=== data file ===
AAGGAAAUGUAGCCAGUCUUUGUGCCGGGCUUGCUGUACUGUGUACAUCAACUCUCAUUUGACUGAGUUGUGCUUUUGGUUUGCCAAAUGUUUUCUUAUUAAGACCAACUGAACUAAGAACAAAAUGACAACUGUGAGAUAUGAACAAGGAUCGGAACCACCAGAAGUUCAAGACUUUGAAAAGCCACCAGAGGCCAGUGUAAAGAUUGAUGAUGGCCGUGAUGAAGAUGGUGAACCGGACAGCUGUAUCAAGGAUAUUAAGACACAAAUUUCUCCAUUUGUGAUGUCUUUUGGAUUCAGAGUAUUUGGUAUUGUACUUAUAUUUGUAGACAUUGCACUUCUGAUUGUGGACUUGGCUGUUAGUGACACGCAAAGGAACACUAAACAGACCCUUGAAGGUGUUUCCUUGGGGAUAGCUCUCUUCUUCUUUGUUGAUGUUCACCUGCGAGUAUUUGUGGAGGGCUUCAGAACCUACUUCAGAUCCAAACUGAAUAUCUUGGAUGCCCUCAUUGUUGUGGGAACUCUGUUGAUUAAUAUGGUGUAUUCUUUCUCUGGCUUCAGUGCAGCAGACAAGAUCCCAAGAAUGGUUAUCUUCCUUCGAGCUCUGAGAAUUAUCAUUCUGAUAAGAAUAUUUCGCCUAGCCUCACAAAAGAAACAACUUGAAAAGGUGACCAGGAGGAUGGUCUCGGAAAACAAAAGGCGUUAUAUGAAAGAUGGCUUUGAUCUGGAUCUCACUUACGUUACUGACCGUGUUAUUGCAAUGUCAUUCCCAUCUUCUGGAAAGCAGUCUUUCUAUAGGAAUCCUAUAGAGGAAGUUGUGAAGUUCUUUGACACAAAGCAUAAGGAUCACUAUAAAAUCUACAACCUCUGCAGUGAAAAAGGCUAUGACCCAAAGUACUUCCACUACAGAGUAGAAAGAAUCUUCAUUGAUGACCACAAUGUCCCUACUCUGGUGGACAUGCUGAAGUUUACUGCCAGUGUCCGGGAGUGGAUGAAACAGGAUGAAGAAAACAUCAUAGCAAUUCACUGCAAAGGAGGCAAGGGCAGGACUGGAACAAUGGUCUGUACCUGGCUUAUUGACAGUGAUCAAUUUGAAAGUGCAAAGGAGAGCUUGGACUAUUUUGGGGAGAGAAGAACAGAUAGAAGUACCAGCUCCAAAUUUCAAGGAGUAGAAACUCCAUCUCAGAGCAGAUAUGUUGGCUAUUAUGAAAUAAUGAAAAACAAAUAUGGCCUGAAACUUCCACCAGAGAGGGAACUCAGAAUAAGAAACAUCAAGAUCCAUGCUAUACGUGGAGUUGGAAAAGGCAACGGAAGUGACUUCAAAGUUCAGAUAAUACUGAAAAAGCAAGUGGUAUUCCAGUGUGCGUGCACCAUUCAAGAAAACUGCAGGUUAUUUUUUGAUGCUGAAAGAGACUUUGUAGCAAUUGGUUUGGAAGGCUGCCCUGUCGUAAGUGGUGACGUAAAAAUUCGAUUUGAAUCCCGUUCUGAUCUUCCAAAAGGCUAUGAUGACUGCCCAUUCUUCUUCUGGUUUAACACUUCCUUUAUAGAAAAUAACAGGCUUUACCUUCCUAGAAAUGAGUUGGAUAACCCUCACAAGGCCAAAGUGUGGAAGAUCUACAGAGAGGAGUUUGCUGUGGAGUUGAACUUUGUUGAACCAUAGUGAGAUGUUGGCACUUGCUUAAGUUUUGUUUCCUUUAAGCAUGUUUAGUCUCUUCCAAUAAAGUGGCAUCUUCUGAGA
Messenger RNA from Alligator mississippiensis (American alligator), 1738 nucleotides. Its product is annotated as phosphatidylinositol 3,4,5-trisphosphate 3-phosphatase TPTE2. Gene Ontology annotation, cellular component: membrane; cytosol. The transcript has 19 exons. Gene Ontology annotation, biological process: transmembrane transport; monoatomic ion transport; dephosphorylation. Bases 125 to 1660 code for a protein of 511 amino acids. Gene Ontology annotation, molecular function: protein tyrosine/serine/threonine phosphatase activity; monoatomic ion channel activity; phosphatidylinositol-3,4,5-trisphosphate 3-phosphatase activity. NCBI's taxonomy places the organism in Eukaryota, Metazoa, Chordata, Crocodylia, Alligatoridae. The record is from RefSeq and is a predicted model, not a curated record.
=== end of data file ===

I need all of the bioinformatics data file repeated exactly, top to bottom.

AAGGAAAUGUAGCCAGUCUUUGUGCCGGGCUUGCUGUACUGUGUACAUCAACUCUCAUUUGACUGAGUUGUGCUUUUGGUUUGCCAAAUGUUUUCUUAUUAAGACCAACUGAACUAAGAACAAAAUGACAACUGUGAGAUAUGAACAAGGAUCGGAACCACCAGAAGUUCAAGACUUUGAAAAGCCACCAGAGGCCAGUGUAAAGAUUGAUGAUGGCCGUGAUGAAGAUGGUGAACCGGACAGCUGUAUCAAGGAUAUUAAGACACAAAUUUCUCCAUUUGUGAUGUCUUUUGGAUUCAGAGUAUUUGGUAUUGUACUUAUAUUUGUAGACAUUGCACUUCUGAUUGUGGACUUGGCUGUUAGUGACACGCAAAGGAACACUAAACAGACCCUUGAAGGUGUUUCCUUGGGGAUAGCUCUCUUCUUCUUUGUUGAUGUUCACCUGCGAGUAUUUGUGGAGGGCUUCAGAACCUACUUCAGAUCCAAACUGAAUAUCUUGGAUGCCCUCAUUGUUGUGGGAACUCUGUUGAUUAAUAUGGUGUAUUCUUUCUCUGGCUUCAGUGCAGCAGACAAGAUCCCAAGAAUGGUUAUCUUCCUUCGAGCUCUGAGAAUUAUCAUUCUGAUAAGAAUAUUUCGCCUAGCCUCACAAAAGAAACAACUUGAAAAGGUGACCAGGAGGAUGGUCUCGGAAAACAAAAGGCGUUAUAUGAAAGAUGGCUUUGAUCUGGAUCUCACUUACGUUACUGACCGUGUUAUUGCAAUGUCAUUCCCAUCUUCUGGAAAGCAGUCUUUCUAUAGGAAUCCUAUAGAGGAAGUUGUGAAGUUCUUUGACACAAAGCAUAAGGAUCACUAUAAAAUCUACAACCUCUGCAGUGAAAAAGGCUAUGACCCAAAGUACUUCCACUACAGAGUAGAAAGAAUCUUCAUUGAUGACCACAAUGUCCCUACUCUGGUGGACAUGCUGAAGUUUACUGCCAGUGUCCGGGAGUGGAUGAAACAGGAUGAAGAAAACAUCAUAGCAAUUCACUGCAAAGGAGGCAAGGGCAGGACUGGAACAAUGGUCUGUACCUGGCUUAUUGACAGUGAUCAAUUUGAAAGUGCAAAGGAGAGCUUGGACUAUUUUGGGGAGAGAAGAACAGAUAGAAGUACCAGCUCCAAAUUUCAAGGAGUAGAAACUCCAUCUCAGAGCAGAUAUGUUGGCUAUUAUGAAAUAAUGAAAAACAAAUAUGGCCUGAAACUUCCACCAGAGAGGGAACUCAGAAUAAGAAACAUCAAGAUCCAUGCUAUACGUGGAGUUGGAAAAGGCAACGGAAGUGACUUCAAAGUUCAGAUAAUACUGAAAAAGCAAGUGGUAUUCCAGUGUGCGUGCACCAUUCAAGAAAACUGCAGGUUAUUUUUUGAUGCUGAAAGAGACUUUGUAGCAAUUGGUUUGGAAGGCUGCCCUGUCGUAAGUGGUGACGUAAAAAUUCGAUUUGAAUCCCGUUCUGAUCUUCCAAAAGGCUAUGAUGACUGCCCAUUCUUCUUCUGGUUUAACACUUCCUUUAUAGAAAAUAACAGGCUUUACCUUCCUAGAAAUGAGUUGGAUAACCCUCACAAGGCCAAAGUGUGGAAGAUCUACAGAGAGGAGUUUGCUGUGGAGUUGAACUUUGUUGAACCAUAGUGAGAUGUUGGCACUUGCUUAAGUUUUGUUUCCUUUAAGCAUGUUUAGUCUCUUCCAAUAAAGUGGCAUCUUCUGAGA
Messenger RNA from Alligator mississippiensis (American alligator), 1738 nucleotides. Its product is annotated as phosphatidylinositol 3,4,5-trisphosphate 3-phosphatase TPTE2. Gene Ontology annotation, cellular component: membrane; cytosol. The transcript has 19 exons. Gene Ontology annotation, biological process: transmembrane transport; monoatomic ion transport; dephosphorylation. Bases 125 to 1660 code for a protein of 511 amino acids. Gene Ontology annotation, molecular function: protein tyrosine/serine/threonine phosphatase activity; monoatomic ion channel activity; phosphatidylinositol-3,4,5-trisphosphate 3-phosphatase activity. NCBI's taxonomy places the organism in Eukaryota, Metazoa, Chordata, Crocodylia, Alligatoridae. The record is from RefSeq and is a predicted model, not a curated record.